I wear two hats. One as a Master Gardener that answers questions on planting and plant selection, and the other that deals with codes and ordinances. It is important to ask local officials if the ordinances will allow roadside planting. You often get told that is your responsibility if the plow destroys it in winter. They also can dig it up for any number of reasons. The height of the planting is to be considered so as not to block sight lines for traffic safety or block pedestrian movement. Rules, rules, rules.
In the image below, although very nicely constructed with what appears as low-growing specimens, leave enough room for mowing. This type of wall requires weed whacking. A gravel mow strip would help.
Plants to consider are those that mat and are steppable, like Thyme, Ajuga and Sedum. Cushion phlox is another contender. They can withstand light foot traffic and thrive with less than optimal watering. Natives are also suggested for drought resistance and wearability. Grasses and sedges are a good choice as long as you keep the size of the plant at maturity in mind.
It is a good idea to provide a path or paving for passengers to enter and exit a vehicle without destroying your masterpiece. Other types of plants to consider are prairie plants. They have developed over time to withstand the hardships of drought and poor soil.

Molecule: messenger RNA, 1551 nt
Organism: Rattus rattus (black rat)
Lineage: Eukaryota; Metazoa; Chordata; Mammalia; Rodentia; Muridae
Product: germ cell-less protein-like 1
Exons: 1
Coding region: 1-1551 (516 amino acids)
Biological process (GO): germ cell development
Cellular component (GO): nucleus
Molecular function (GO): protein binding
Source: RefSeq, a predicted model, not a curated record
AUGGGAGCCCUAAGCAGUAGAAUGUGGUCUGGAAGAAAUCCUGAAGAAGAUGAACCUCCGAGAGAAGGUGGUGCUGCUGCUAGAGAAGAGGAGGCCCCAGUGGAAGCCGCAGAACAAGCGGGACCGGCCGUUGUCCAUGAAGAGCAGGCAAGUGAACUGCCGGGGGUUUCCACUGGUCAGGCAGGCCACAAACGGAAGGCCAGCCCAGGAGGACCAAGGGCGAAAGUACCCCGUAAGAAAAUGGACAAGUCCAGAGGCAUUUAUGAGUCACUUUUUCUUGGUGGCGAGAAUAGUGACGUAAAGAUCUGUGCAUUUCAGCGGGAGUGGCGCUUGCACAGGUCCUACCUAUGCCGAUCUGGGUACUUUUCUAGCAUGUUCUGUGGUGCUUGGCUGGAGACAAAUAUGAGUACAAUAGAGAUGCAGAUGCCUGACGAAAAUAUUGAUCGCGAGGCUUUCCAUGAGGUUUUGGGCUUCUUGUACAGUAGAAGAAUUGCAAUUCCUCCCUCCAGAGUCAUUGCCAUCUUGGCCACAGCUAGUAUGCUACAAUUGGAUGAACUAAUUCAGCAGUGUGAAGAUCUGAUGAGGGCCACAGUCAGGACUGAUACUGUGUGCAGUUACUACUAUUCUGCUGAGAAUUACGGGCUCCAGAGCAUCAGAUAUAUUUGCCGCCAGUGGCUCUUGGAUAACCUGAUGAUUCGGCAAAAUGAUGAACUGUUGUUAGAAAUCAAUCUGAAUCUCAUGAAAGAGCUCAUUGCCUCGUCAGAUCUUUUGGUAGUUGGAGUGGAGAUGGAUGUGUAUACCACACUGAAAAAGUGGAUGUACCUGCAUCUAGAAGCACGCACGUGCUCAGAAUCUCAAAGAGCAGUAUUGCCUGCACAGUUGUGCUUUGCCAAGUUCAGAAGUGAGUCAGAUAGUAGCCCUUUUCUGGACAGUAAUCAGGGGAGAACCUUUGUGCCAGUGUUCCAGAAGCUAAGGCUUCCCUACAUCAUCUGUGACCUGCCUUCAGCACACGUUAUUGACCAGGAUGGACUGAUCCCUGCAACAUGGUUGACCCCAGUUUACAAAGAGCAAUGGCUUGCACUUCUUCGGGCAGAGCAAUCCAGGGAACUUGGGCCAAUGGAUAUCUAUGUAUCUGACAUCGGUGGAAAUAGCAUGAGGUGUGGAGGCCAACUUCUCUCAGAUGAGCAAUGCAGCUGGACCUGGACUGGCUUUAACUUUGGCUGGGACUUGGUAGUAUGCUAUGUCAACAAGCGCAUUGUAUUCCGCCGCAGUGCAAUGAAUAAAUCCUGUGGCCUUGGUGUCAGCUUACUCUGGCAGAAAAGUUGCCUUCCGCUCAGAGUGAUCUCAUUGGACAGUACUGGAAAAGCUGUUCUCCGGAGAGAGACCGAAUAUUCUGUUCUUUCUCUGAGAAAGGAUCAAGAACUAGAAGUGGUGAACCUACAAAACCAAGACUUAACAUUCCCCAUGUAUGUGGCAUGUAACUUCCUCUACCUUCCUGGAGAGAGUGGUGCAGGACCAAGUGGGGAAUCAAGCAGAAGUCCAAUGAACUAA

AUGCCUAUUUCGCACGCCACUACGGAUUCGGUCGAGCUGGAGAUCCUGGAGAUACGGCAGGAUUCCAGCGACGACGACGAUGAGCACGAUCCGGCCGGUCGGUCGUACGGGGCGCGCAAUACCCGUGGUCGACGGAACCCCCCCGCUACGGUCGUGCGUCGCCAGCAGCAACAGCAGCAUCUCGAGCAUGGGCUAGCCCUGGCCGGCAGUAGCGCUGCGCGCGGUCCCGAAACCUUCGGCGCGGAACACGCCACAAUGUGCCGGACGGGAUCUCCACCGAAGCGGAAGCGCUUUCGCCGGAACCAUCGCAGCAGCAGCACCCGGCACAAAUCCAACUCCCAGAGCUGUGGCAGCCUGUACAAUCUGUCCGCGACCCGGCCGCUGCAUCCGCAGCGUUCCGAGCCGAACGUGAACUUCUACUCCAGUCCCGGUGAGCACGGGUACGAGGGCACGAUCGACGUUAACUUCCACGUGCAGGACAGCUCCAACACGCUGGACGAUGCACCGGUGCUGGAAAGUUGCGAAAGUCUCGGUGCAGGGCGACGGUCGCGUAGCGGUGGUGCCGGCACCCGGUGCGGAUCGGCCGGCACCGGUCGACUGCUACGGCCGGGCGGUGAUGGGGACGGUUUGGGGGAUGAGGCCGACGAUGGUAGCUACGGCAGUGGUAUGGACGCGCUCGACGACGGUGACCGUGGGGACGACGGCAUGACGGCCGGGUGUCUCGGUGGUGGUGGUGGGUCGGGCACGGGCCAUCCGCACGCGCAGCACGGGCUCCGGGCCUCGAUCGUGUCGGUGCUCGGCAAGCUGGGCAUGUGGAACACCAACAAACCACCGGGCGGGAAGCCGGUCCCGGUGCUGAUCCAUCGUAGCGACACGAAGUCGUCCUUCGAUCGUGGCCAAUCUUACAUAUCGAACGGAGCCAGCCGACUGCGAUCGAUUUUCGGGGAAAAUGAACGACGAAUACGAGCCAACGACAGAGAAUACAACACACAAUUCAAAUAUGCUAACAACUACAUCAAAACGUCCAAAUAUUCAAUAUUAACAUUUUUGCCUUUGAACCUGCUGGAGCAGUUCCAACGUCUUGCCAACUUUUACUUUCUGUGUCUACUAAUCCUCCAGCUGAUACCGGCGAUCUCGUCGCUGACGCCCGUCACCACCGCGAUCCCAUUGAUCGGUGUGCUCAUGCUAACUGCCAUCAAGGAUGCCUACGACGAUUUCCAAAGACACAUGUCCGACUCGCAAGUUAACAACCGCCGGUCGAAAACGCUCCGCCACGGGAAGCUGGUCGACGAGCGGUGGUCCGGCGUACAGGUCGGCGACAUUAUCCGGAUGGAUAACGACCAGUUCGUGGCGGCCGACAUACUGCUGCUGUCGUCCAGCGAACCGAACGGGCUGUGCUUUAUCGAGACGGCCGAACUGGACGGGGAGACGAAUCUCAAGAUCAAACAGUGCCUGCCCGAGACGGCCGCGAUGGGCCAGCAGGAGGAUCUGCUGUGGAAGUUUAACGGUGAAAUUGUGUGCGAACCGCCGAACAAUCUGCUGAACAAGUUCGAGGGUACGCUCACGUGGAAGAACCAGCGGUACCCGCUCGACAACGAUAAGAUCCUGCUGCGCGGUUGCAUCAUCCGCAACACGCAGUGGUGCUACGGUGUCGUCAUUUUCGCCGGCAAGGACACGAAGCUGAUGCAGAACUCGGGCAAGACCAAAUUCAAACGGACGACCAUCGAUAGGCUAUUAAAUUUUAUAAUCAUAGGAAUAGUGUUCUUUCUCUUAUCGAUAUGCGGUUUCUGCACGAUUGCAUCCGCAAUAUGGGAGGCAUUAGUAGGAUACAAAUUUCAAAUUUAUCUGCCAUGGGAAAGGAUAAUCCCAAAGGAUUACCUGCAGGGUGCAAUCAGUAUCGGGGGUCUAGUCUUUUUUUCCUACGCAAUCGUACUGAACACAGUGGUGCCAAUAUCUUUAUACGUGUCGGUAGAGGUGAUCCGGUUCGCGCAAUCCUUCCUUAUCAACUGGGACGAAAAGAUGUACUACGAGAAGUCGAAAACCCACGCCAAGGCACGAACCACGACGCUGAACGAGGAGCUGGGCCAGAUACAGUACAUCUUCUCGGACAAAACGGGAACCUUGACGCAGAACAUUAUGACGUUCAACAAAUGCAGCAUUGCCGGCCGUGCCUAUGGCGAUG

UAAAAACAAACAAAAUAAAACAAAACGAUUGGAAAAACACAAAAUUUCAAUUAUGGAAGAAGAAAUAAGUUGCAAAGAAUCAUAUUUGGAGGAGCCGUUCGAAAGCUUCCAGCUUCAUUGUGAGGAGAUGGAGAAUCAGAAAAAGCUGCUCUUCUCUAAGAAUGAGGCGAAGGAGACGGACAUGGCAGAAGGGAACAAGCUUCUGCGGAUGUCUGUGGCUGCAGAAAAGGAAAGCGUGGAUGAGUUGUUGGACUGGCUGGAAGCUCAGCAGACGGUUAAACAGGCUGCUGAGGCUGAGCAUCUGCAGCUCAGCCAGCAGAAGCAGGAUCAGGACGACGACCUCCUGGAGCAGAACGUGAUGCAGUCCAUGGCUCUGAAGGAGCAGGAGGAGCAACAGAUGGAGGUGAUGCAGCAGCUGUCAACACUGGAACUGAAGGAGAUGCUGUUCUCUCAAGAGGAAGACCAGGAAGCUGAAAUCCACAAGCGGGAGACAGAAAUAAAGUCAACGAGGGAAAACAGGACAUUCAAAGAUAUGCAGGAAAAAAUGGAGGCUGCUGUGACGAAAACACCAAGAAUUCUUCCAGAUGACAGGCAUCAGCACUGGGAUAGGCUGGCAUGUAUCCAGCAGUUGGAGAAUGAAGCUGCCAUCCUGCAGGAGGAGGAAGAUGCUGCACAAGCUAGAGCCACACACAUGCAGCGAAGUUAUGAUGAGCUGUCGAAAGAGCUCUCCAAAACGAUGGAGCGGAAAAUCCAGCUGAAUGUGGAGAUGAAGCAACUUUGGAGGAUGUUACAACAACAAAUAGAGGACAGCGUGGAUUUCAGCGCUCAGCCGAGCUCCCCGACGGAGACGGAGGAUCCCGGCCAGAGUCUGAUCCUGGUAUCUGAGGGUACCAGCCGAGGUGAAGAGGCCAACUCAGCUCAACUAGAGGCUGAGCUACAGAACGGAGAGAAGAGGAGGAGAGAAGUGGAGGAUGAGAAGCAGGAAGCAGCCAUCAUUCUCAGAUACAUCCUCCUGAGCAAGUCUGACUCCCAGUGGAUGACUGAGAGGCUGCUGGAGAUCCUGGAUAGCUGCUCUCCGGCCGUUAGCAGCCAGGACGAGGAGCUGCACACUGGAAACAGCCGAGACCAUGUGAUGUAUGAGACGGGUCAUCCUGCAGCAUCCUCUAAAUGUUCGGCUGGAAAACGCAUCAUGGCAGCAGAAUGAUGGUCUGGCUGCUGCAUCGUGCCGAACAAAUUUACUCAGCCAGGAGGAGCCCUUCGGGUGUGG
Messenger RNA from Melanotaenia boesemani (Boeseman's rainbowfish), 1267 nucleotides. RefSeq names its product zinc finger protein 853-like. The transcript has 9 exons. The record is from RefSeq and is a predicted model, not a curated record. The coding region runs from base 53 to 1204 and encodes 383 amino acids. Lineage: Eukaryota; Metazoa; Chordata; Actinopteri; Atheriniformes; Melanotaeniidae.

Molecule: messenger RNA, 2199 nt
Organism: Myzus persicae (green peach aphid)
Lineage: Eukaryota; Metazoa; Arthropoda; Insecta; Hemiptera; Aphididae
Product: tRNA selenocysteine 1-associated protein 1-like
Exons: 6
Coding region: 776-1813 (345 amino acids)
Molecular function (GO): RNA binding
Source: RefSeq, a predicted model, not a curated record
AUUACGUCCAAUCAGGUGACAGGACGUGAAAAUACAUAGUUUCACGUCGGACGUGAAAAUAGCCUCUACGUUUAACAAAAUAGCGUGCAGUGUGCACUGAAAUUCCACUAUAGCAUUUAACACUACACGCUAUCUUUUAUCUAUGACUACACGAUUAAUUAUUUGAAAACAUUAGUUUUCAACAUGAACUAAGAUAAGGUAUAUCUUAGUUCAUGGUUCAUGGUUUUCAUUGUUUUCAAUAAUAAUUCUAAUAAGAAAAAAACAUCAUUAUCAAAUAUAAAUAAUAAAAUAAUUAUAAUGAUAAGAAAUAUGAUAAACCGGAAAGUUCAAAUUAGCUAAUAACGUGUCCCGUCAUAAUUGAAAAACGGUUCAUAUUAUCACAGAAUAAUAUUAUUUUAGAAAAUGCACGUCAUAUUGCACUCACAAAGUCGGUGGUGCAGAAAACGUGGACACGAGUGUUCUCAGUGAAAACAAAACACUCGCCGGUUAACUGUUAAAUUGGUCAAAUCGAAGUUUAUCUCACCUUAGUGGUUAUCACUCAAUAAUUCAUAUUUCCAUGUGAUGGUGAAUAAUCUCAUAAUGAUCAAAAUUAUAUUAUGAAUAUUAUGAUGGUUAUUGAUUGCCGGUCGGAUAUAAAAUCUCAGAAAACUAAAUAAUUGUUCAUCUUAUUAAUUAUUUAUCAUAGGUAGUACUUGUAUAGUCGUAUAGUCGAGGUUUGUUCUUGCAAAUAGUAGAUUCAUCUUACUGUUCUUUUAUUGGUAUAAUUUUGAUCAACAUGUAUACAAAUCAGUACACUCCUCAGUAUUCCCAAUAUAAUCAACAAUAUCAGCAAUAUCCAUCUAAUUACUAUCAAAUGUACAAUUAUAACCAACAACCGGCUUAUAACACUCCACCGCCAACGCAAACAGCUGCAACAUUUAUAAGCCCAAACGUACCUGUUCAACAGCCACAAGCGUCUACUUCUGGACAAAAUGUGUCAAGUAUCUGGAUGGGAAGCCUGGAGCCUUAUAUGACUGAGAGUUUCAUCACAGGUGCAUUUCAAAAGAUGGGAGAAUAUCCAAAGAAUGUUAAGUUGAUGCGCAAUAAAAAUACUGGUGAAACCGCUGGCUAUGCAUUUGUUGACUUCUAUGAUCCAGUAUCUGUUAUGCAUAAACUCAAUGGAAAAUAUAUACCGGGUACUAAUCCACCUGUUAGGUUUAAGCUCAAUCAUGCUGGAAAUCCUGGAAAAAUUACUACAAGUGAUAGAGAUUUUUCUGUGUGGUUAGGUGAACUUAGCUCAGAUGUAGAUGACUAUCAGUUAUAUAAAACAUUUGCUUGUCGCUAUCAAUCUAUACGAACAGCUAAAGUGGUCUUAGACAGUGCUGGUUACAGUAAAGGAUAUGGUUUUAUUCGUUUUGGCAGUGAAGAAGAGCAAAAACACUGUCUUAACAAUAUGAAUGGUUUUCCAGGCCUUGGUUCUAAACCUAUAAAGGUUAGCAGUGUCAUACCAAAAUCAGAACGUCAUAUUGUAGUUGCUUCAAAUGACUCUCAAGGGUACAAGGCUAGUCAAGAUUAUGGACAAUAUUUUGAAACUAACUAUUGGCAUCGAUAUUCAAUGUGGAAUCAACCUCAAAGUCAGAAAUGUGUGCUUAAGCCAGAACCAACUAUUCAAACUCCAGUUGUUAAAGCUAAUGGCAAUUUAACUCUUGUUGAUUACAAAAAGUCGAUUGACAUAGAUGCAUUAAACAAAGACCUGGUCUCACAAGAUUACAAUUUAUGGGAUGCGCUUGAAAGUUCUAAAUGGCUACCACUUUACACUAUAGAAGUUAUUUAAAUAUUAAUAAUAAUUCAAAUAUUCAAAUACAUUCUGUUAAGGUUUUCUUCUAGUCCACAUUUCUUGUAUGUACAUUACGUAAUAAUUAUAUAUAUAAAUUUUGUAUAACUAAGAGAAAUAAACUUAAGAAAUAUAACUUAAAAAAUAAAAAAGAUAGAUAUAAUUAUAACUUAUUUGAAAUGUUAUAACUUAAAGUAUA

In Buffalo, curbside planting has become popular and quite imaginative. They incorporate curving walkways and mounded planting. It is clear, some gardeners did not consult the City because numerous faux pas exist, like raised beds, boulders and prickly plants.
Don’t forget about security. Vandalism occurs not just in the cities. You may lose plants or paving to theft or have windows broken due to some prankster throwing your decorative rocks. Cars may drive over the area too.
In our neighborhood, a woman, sorry fellow females, drove straight up the sidewalk, over numerous people’s front yards and then ran smack into a tree. How she mistakes the four-foot sidewalk for a street is beyond me.
I am entertaining taking the first step. I know that if I do, I will liberate neighbors city-wide into the realm of xeriscape roadside gardening. I might start out with Carex or buffalograss. Buffalograss, hardy to zone 2, is the only native turf grass in North America.
I already have a good crop of Carex growing in these conditions. I think that this plant can grow anywhere. This is a plant tag where I ignored the recommendations. It is invasive and, even though it says prefers shade, you gotta see mine scoff at that one. Looks pretty content to me, as long as I keep dividing it every two years. Oh, did I mention that?
I will then slowly inch my way into more elaborate planting. I am confident I can succeed, but not so sure of dedicating the time necessary for maintenance. Once established, the garden should live without me, but the labor intensive first year of weeding and watering, well….. gotta make a commitment.
Taking the plunge on the hell strip planting has me on the fence a bit, no matter how much I like them.